Despite a government push to increase broadband internet users, 13 percent of American adults, or 40 million Americans, still don’t go online, according to a recent Pew Research Center analysis.
Age is part of the equation: seniors above 65 years old make up 41 percent of the total adults that do not use the web, and 18-to-29-year-olds make up only 1 percent.
Costs, benefits and availability of broadband internet, all of which vary widely by state, also play a role.
A 2013 Pew survey showed 34 percent of non-internet users had no interest or didn’t think the internet was relevant. A third found it to be too complicated or risky to use. About 19 percent said it was too expensive.
As part of the Recovery Act, the Federal Communications Commission recently expanded its broadband funding for libraries and schools by $1 billion per year.
President Barack Obama’s administration also called in a January 2015 report for states to change laws that hinder competition in broadband markets, which it said would increase access and decrease costs.
Office of Scieence and Technology Policy and the National Economic Council reported in June 2013 that 40 percent of American households either cannot purchase a fixed land-based or wired connection or must buy it from a single provider.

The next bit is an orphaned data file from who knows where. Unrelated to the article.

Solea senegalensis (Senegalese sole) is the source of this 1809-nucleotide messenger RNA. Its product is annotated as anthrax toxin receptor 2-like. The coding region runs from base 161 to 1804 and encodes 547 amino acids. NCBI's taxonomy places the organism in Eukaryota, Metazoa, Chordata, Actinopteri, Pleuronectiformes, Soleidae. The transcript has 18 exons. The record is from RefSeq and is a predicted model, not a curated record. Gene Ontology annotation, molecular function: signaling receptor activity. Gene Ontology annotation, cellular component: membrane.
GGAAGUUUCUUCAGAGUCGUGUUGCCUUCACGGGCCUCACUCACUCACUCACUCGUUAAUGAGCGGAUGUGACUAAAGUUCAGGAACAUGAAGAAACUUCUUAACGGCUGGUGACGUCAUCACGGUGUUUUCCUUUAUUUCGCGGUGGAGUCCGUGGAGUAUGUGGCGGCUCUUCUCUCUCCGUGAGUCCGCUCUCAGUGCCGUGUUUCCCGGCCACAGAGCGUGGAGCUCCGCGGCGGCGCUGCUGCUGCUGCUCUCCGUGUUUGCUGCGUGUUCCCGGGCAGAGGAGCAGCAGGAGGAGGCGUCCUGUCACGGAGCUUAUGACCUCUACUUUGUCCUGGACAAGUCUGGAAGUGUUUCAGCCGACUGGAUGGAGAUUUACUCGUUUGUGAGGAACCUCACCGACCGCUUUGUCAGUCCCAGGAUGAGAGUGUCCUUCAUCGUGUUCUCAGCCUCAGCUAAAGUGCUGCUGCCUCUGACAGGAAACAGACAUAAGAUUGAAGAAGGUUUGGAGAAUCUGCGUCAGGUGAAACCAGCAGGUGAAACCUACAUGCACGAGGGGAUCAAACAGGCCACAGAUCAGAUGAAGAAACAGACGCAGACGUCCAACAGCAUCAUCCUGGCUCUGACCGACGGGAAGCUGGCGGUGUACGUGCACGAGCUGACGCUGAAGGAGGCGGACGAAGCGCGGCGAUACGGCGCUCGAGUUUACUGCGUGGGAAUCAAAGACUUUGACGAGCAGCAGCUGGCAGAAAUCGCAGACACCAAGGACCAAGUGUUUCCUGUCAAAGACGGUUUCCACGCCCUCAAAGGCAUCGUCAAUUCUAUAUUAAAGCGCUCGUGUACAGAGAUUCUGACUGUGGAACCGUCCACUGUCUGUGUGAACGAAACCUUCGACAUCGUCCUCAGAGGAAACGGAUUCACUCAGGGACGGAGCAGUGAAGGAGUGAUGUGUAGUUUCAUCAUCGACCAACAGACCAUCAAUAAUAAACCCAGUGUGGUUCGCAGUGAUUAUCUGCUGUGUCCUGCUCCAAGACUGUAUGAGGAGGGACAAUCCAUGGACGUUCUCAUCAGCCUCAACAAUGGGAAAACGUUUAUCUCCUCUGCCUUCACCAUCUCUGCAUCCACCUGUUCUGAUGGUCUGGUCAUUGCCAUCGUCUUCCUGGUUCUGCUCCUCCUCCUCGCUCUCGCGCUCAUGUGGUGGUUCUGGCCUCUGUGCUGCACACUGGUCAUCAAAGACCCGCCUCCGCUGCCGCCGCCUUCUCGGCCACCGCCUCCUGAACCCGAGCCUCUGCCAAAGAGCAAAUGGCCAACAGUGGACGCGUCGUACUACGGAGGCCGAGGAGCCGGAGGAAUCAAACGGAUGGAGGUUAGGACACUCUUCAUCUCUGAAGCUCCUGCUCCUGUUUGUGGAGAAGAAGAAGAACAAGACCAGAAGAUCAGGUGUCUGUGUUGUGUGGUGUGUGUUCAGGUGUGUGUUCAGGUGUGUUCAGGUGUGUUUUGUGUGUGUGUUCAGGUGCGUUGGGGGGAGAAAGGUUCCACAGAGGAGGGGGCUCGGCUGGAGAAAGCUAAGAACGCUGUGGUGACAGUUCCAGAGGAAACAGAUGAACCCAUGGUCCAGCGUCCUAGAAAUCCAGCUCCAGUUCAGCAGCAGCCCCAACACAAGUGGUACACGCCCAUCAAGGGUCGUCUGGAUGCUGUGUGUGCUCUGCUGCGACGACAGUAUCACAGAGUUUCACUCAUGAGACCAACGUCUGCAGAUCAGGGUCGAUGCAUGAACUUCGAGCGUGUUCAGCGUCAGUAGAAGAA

Researchers say that more work is required to expand broadband access.
“The growing broadband network confirms the country’s transition to a digital economy, but completing that transition will be impossible until broadband adoption looks as ubiquitous as water and electricity infrastructure,” Joseph Kane, senior research analyst at The Brookings Institution, said.
The Pew Research Center report found racial disparity among internet users is shrinking, but a gap remains. About 85 percent of white people and 97 percent of English-speaking Asian Americans use the internet, while 78 percent of black people and 81 percent of Hispanics use it.